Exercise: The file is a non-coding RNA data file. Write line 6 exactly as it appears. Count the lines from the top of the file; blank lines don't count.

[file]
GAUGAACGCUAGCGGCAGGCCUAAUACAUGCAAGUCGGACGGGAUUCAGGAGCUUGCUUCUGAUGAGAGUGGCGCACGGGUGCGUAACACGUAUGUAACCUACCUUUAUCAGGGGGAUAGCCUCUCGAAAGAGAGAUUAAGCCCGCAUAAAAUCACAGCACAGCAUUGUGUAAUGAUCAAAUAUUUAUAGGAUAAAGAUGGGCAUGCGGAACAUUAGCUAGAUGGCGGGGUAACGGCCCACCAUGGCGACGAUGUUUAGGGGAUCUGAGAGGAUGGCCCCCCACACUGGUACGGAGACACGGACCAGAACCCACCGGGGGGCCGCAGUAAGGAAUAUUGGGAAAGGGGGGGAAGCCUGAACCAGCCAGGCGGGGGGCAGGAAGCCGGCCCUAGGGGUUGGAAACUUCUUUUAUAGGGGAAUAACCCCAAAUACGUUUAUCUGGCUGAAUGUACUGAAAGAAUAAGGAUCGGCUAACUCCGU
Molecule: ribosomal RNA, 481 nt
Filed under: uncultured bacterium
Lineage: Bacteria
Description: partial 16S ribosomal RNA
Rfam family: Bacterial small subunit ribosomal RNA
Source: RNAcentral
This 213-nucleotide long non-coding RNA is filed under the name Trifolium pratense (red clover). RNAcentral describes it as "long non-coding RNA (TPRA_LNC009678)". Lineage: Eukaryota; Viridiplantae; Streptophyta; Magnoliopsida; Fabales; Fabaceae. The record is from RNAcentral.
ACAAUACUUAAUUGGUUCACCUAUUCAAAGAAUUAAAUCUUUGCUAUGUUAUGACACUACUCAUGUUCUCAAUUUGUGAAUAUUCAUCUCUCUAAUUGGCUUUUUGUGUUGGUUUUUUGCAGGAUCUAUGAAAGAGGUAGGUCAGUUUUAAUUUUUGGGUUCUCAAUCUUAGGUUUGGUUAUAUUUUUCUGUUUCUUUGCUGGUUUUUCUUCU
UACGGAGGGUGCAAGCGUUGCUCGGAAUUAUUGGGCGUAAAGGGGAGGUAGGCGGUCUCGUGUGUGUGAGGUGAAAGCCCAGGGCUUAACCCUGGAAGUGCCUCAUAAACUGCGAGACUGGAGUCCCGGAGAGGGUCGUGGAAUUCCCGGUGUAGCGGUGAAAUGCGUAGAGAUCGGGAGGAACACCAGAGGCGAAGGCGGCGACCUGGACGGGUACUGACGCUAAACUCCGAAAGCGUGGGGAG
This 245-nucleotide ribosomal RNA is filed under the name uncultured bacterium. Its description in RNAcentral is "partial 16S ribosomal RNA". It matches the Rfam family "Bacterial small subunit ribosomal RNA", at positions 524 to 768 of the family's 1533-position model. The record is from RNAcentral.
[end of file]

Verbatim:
Rfam family: Bacterial small subunit ribosomal RNA